Mutually Interdependent Opposites
Night and day; sleep and wakefulness; sunshine and shade; stillness and activity: Our lives unfold within cycles of change structured by apparent “opposites” that actually are mutually supportive – each depending upon the other. And so it is, also, within our human bodies: Our heart, for instance, beats in cycles of contraction and relaxation. And the body's biochemistry hinges upon two seemingly opposing processes – oxidation (a loss of electrons) and reduction (a gain of electrons) – which are equally important. Like the Yin and Yang of Chinese Taoist philosophy, oxidation and reduction are mutually arising and interdependent: both vital to our body's healthy functioning.
Antioxidants & Free Radicals
There’s a lot of hype these days about antioxidants – substances that relieve oxidative stress by neutralizing free radicals. We're left with the impression that free radicals (whatever they are) are indisputably the bad guys, and that antioxidants (whatever they are) are indisputably the good guys. But is the situation really this black-and-white?
When we delve beneath the surface of advertising sound-bytes and look more closely, what we discover is a situation that's quite a bit more nuanced and complex – and deeply resonant with the Yin-Yang relationship between oxidation and reduction. As it turns out, what a healthy human body requires is an appropriate balance between free radicals and antioxidants. Not only antioxidants -- but also free radicals – have an important role to play in the harmonious functioning of our human body. For instance:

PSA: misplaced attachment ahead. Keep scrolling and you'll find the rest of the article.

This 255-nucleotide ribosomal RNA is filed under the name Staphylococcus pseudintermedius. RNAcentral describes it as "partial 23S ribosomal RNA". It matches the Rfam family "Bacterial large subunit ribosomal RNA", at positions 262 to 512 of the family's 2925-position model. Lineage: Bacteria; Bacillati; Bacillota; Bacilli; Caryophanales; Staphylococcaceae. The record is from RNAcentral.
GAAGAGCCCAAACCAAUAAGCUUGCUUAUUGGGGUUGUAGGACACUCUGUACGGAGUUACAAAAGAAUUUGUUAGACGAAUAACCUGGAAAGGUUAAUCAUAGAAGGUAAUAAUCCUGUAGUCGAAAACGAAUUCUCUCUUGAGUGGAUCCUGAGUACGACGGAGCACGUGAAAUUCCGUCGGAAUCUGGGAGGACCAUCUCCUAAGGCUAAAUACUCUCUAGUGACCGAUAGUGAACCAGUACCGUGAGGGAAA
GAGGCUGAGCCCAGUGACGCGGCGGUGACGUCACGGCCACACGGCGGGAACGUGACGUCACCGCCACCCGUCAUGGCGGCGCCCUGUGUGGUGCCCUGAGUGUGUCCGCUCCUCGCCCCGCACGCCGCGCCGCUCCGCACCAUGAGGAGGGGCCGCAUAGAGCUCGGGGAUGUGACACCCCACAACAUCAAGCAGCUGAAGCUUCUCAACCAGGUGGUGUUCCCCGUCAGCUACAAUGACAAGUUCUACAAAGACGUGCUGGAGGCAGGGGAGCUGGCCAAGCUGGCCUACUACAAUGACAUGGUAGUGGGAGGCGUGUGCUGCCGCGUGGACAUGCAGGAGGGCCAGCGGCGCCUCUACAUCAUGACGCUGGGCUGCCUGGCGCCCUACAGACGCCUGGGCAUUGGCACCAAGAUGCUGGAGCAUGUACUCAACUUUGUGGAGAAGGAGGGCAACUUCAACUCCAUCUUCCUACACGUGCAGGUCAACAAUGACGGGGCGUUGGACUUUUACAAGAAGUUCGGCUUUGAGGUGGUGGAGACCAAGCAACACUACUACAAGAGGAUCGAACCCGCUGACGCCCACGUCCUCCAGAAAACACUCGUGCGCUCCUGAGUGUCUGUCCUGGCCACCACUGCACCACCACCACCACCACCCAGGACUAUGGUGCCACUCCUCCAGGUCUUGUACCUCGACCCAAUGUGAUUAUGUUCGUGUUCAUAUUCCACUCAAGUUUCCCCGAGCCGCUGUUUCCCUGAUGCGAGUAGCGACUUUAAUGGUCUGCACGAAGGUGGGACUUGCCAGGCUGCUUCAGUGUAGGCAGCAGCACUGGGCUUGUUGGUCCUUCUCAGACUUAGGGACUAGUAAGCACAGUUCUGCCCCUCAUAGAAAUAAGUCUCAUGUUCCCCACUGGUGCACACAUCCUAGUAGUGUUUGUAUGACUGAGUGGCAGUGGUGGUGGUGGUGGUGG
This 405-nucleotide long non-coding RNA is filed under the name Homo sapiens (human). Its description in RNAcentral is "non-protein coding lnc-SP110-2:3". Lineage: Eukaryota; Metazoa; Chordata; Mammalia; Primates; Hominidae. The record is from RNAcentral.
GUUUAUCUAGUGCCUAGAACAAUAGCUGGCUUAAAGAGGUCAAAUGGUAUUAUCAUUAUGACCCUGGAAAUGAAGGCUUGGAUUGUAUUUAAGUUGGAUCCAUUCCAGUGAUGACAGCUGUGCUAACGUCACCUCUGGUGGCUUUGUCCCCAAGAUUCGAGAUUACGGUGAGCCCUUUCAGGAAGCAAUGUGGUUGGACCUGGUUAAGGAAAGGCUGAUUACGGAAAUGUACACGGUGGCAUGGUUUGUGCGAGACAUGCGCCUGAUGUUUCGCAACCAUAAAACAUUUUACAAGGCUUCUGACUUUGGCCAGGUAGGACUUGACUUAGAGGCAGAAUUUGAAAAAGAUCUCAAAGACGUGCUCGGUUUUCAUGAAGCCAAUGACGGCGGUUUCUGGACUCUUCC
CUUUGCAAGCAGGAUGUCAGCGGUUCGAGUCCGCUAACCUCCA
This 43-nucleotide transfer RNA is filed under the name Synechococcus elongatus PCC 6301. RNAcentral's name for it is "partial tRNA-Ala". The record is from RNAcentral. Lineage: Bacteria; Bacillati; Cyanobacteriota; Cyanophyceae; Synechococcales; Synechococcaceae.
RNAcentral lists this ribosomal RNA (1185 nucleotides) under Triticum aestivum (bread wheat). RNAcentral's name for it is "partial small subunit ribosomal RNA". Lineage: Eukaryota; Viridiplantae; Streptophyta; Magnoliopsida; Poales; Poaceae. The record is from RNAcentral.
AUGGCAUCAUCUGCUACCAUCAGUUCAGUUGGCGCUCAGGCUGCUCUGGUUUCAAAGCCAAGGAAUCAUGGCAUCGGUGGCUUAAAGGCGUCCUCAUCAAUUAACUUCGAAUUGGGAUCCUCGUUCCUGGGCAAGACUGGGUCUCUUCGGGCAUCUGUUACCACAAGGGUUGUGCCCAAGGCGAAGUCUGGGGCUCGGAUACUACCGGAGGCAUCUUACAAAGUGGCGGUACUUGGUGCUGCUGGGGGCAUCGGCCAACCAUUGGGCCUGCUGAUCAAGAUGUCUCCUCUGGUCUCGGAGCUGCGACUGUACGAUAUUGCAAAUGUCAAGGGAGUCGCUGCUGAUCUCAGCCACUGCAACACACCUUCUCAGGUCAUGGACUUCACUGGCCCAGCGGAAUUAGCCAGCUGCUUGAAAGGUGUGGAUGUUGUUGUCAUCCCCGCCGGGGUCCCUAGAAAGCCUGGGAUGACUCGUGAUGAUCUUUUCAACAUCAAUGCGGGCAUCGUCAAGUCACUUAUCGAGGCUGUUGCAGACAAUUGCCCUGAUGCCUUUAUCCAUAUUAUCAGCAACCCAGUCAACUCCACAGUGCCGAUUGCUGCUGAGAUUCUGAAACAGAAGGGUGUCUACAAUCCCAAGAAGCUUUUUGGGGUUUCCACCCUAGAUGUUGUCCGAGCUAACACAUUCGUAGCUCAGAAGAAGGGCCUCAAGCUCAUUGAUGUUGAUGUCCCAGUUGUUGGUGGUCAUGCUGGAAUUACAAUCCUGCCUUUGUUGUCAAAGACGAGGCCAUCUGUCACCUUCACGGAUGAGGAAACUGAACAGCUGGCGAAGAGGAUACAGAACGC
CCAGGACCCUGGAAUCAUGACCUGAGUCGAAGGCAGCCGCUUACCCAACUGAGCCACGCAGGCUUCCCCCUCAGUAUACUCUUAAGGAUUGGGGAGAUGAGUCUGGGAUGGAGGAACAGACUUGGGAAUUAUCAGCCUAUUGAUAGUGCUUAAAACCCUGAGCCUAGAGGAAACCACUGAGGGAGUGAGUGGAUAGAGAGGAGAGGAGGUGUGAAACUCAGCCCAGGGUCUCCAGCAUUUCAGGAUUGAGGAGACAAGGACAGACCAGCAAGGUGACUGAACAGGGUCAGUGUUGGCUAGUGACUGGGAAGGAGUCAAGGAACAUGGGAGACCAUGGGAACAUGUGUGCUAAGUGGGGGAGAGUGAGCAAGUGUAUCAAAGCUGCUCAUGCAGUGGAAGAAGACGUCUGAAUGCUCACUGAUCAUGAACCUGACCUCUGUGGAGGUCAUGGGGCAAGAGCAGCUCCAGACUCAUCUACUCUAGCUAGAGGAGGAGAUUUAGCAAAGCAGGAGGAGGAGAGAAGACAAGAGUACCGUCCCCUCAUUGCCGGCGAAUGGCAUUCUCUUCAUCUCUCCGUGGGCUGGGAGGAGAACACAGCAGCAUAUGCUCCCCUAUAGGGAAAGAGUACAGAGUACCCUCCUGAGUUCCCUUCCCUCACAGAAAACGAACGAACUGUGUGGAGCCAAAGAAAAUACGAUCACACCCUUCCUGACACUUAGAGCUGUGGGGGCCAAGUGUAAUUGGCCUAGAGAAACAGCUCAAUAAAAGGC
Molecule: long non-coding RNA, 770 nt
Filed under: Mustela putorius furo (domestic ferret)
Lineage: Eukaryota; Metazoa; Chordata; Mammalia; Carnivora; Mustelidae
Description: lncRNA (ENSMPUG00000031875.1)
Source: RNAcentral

“The body's ability to turn air and food into chemical energy depends on a chain reaction of free radicals. Free radicals are also a crucial part of the immune system, floating through the veins and attacking foreign invaders.”
In addition, certain free radicals act as physiological redox signaling molecules – known formally as Reactive Oxygen Species (ROS) -- within the mitochondria of the cells. “Redox” here is shorthand for reduction and oxidation: the biochemical processes mentioned above. The ROS molecules, acting within the mitochondria of the cell, include both reductants that cause reduction reactions and oxidants that create oxidation reactions. It’s this redox signaling process that regulates cell function by monitoring and responding to the need to replace, recycle or repair the cell. It's a vitally important function, which depends upon the activity of free radicals.
The take-home point is that oxidants and free radicals are not necessarily bad. Optimal health requires oxidation as well as reduction; free radicals as well as antioxidants. It's only an excess build-up of oxidants – known as “oxidative stress” or as a “redox imbalance” – that's a problem. And this brings us to the genius of molecular hydrogen in its function as a selective antioxidant.
Hydrogen As A Selective Antioxidant
What exactly makes molecular hydrogen so uniquely special and powerful as an antioxidant?
All of this translates into great and proven potential for the use of molecular hydrogen in the prevention and cure of a wide variety of diseases; improved athletic performance; and enhanced overall health and wellness. So whether we inhale the hydrogen as a gas; or drink hydrogen-infused water; or bathe in hydrogen-infused water -- it's very likely to have beneficial, and perhaps even profoundly beneficial, effects.
To your health & happiness!
May 16, 2019 3 min read
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